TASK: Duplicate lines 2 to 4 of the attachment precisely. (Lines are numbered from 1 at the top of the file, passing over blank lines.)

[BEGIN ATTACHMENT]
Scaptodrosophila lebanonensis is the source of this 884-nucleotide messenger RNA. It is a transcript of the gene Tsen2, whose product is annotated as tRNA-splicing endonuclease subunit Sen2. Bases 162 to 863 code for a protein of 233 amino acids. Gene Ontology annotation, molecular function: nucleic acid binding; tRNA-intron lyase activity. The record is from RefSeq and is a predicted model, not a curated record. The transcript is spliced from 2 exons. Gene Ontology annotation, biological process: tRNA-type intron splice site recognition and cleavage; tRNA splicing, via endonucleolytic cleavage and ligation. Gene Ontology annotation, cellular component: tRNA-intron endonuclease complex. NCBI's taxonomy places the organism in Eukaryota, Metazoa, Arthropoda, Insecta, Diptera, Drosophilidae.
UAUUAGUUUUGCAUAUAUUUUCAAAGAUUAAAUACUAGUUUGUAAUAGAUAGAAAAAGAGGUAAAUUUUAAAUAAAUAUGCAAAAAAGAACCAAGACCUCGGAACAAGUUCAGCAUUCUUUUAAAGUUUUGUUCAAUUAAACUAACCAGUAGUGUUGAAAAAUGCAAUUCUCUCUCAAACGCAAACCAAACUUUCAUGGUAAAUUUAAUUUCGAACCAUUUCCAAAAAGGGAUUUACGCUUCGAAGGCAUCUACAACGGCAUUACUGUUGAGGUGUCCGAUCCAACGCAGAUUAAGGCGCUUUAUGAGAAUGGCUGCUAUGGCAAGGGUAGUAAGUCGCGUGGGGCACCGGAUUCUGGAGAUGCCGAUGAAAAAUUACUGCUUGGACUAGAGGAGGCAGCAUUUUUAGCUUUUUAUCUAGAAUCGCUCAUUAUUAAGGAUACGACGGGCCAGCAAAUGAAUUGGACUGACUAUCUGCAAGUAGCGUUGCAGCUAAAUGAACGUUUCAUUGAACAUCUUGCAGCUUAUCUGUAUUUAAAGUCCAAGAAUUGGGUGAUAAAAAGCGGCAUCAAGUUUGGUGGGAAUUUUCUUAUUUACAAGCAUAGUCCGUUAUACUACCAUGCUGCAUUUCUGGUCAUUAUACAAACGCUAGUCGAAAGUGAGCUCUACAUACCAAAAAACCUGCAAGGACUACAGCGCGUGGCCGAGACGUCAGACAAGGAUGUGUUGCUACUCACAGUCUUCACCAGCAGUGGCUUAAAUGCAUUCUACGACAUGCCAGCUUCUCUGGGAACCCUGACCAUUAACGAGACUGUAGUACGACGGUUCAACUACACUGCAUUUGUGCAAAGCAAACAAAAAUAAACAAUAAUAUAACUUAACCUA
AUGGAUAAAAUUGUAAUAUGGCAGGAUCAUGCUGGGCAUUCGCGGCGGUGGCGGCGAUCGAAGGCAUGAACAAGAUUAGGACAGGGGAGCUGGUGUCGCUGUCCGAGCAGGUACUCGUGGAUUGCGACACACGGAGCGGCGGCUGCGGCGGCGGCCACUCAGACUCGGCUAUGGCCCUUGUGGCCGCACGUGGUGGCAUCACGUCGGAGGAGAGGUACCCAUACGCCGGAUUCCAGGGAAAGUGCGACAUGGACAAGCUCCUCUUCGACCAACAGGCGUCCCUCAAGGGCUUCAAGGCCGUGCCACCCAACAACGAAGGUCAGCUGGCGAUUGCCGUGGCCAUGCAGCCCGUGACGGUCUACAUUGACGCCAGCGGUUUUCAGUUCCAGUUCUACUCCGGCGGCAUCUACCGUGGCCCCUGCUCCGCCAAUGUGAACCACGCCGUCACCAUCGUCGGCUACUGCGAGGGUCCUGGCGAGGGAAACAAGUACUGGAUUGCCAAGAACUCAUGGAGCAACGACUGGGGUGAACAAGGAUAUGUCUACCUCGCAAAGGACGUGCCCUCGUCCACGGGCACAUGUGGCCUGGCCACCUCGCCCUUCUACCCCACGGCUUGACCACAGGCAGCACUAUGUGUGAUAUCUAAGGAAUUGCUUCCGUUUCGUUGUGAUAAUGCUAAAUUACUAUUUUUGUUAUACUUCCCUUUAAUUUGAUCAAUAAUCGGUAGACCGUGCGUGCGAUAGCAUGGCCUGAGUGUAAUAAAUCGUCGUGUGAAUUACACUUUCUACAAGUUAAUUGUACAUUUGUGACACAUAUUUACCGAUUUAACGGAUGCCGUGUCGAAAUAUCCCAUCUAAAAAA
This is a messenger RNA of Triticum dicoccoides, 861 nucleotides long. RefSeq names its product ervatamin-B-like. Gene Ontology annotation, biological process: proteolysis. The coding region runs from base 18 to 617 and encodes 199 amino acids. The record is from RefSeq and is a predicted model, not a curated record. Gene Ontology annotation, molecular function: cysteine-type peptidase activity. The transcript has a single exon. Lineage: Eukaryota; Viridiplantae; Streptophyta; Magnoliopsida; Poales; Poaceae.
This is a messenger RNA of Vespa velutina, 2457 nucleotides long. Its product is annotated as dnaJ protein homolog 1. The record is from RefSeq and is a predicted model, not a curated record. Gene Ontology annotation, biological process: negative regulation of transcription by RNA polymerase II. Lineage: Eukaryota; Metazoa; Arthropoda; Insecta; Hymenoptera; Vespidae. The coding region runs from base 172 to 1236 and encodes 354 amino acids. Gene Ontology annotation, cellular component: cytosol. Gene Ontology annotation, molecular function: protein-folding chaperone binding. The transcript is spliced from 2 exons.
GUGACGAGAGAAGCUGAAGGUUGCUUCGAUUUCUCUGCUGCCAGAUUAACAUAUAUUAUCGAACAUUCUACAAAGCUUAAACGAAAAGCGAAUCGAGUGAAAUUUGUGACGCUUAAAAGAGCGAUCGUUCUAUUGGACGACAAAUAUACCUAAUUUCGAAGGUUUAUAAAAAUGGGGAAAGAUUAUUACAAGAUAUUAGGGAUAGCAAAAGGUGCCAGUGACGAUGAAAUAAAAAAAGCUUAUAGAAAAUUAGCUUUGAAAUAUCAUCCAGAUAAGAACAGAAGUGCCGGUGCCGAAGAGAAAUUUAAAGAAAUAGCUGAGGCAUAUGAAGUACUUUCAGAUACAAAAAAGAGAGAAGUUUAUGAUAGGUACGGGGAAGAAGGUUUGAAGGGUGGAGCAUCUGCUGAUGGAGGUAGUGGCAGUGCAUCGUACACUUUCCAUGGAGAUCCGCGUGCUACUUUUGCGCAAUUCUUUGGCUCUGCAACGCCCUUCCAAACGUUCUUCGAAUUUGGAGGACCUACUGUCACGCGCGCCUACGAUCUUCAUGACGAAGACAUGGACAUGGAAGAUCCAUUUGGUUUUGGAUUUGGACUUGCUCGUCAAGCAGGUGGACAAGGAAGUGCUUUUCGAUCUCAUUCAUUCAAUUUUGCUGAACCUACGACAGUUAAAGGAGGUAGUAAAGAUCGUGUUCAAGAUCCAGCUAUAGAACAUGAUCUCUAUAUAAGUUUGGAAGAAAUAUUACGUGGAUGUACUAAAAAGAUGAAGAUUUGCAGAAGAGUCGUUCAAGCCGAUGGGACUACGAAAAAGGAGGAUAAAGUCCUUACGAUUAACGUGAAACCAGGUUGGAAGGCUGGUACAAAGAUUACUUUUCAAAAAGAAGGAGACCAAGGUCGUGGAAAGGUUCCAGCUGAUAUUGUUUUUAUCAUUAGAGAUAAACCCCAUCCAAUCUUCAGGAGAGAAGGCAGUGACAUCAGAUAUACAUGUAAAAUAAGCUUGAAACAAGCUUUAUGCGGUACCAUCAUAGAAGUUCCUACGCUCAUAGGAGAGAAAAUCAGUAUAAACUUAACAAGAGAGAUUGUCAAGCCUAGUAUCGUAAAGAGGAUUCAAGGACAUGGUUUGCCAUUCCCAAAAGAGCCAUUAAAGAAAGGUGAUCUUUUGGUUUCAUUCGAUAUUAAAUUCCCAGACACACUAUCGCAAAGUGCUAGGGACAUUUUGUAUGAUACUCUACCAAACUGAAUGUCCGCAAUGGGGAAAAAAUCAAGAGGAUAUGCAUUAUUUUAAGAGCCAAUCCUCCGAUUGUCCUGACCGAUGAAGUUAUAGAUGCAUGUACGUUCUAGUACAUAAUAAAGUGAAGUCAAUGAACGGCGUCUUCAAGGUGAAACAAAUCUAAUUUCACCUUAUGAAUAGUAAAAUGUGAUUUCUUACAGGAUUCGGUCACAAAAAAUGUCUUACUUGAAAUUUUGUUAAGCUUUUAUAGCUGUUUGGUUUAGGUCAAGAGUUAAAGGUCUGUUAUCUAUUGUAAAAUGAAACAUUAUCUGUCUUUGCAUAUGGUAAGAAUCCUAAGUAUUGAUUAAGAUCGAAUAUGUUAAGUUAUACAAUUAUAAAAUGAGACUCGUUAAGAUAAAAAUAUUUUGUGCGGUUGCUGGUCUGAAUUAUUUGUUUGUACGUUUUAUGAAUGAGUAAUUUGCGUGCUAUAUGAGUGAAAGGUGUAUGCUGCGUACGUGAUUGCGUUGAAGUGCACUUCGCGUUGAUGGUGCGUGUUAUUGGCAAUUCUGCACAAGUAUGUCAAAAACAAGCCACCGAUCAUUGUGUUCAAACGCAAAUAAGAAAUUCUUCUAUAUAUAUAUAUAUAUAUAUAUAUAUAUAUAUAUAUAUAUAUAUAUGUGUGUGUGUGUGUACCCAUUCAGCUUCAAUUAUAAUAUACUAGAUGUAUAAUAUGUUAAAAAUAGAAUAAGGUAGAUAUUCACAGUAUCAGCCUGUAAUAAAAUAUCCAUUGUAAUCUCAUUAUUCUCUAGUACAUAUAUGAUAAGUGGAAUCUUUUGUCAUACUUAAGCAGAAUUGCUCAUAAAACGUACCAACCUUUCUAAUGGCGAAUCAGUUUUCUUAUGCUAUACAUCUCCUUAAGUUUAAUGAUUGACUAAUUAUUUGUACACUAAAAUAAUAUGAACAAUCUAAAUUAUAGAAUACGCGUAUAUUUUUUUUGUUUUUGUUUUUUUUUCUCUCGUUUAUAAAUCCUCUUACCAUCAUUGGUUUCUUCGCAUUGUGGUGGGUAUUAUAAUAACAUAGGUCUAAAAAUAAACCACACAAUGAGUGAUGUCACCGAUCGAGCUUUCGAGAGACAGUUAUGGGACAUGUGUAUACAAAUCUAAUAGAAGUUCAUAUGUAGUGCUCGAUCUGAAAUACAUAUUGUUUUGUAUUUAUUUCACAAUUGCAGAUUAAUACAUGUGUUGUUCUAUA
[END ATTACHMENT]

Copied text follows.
UAUUAGUUUUGCAUAUAUUUUCAAAGAUUAAAUACUAGUUUGUAAUAGAUAGAAAAAGAGGUAAAUUUUAAAUAAAUAUGCAAAAAAGAACCAAGACCUCGGAACAAGUUCAGCAUUCUUUUAAAGUUUUGUUCAAUUAAACUAACCAGUAGUGUUGAAAAAUGCAAUUCUCUCUCAAACGCAAACCAAACUUUCAUGGUAAAUUUAAUUUCGAACCAUUUCCAAAAAGGGAUUUACGCUUCGAAGGCAUCUACAACGGCAUUACUGUUGAGGUGUCCGAUCCAACGCAGAUUAAGGCGCUUUAUGAGAAUGGCUGCUAUGGCAAGGGUAGUAAGUCGCGUGGGGCACCGGAUUCUGGAGAUGCCGAUGAAAAAUUACUGCUUGGACUAGAGGAGGCAGCAUUUUUAGCUUUUUAUCUAGAAUCGCUCAUUAUUAAGGAUACGACGGGCCAGCAAAUGAAUUGGACUGACUAUCUGCAAGUAGCGUUGCAGCUAAAUGAACGUUUCAUUGAACAUCUUGCAGCUUAUCUGUAUUUAAAGUCCAAGAAUUGGGUGAUAAAAAGCGGCAUCAAGUUUGGUGGGAAUUUUCUUAUUUACAAGCAUAGUCCGUUAUACUACCAUGCUGCAUUUCUGGUCAUUAUACAAACGCUAGUCGAAAGUGAGCUCUACAUACCAAAAAACCUGCAAGGACUACAGCGCGUGGCCGAGACGUCAGACAAGGAUGUGUUGCUACUCACAGUCUUCACCAGCAGUGGCUUAAAUGCAUUCUACGACAUGCCAGCUUCUCUGGGAACCCUGACCAUUAACGAGACUGUAGUACGACGGUUCAACUACACUGCAUUUGUGCAAAGCAAACAAAAAUAAACAAUAAUAUAACUUAACCUA
AUGGAUAAAAUUGUAAUAUGGCAGGAUCAUGCUGGGCAUUCGCGGCGGUGGCGGCGAUCGAAGGCAUGAACAAGAUUAGGACAGGGGAGCUGGUGUCGCUGUCCGAGCAGGUACUCGUGGAUUGCGACACACGGAGCGGCGGCUGCGGCGGCGGCCACUCAGACUCGGCUAUGGCCCUUGUGGCCGCACGUGGUGGCAUCACGUCGGAGGAGAGGUACCCAUACGCCGGAUUCCAGGGAAAGUGCGACAUGGACAAGCUCCUCUUCGACCAACAGGCGUCCCUCAAGGGCUUCAAGGCCGUGCCACCCAACAACGAAGGUCAGCUGGCGAUUGCCGUGGCCAUGCAGCCCGUGACGGUCUACAUUGACGCCAGCGGUUUUCAGUUCCAGUUCUACUCCGGCGGCAUCUACCGUGGCCCCUGCUCCGCCAAUGUGAACCACGCCGUCACCAUCGUCGGCUACUGCGAGGGUCCUGGCGAGGGAAACAAGUACUGGAUUGCCAAGAACUCAUGGAGCAACGACUGGGGUGAACAAGGAUAUGUCUACCUCGCAAAGGACGUGCCCUCGUCCACGGGCACAUGUGGCCUGGCCACCUCGCCCUUCUACCCCACGGCUUGACCACAGGCAGCACUAUGUGUGAUAUCUAAGGAAUUGCUUCCGUUUCGUUGUGAUAAUGCUAAAUUACUAUUUUUGUUAUACUUCCCUUUAAUUUGAUCAAUAAUCGGUAGACCGUGCGUGCGAUAGCAUGGCCUGAGUGUAAUAAAUCGUCGUGUGAAUUACACUUUCUACAAGUUAAUUGUACAUUUGUGACACAUAUUUACCGAUUUAACGGAUGCCGUGUCGAAAUAUCCCAUCUAAAAAA
This is a messenger RNA of Triticum dicoccoides, 861 nucleotides long. RefSeq names its product ervatamin-B-like. Gene Ontology annotation, biological process: proteolysis. The coding region runs from base 18 to 617 and encodes 199 amino acids. The record is from RefSeq and is a predicted model, not a curated record. Gene Ontology annotation, molecular function: cysteine-type peptidase activity. The transcript has a single exon. Lineage: Eukaryota; Viridiplantae; Streptophyta; Magnoliopsida; Poales; Poaceae.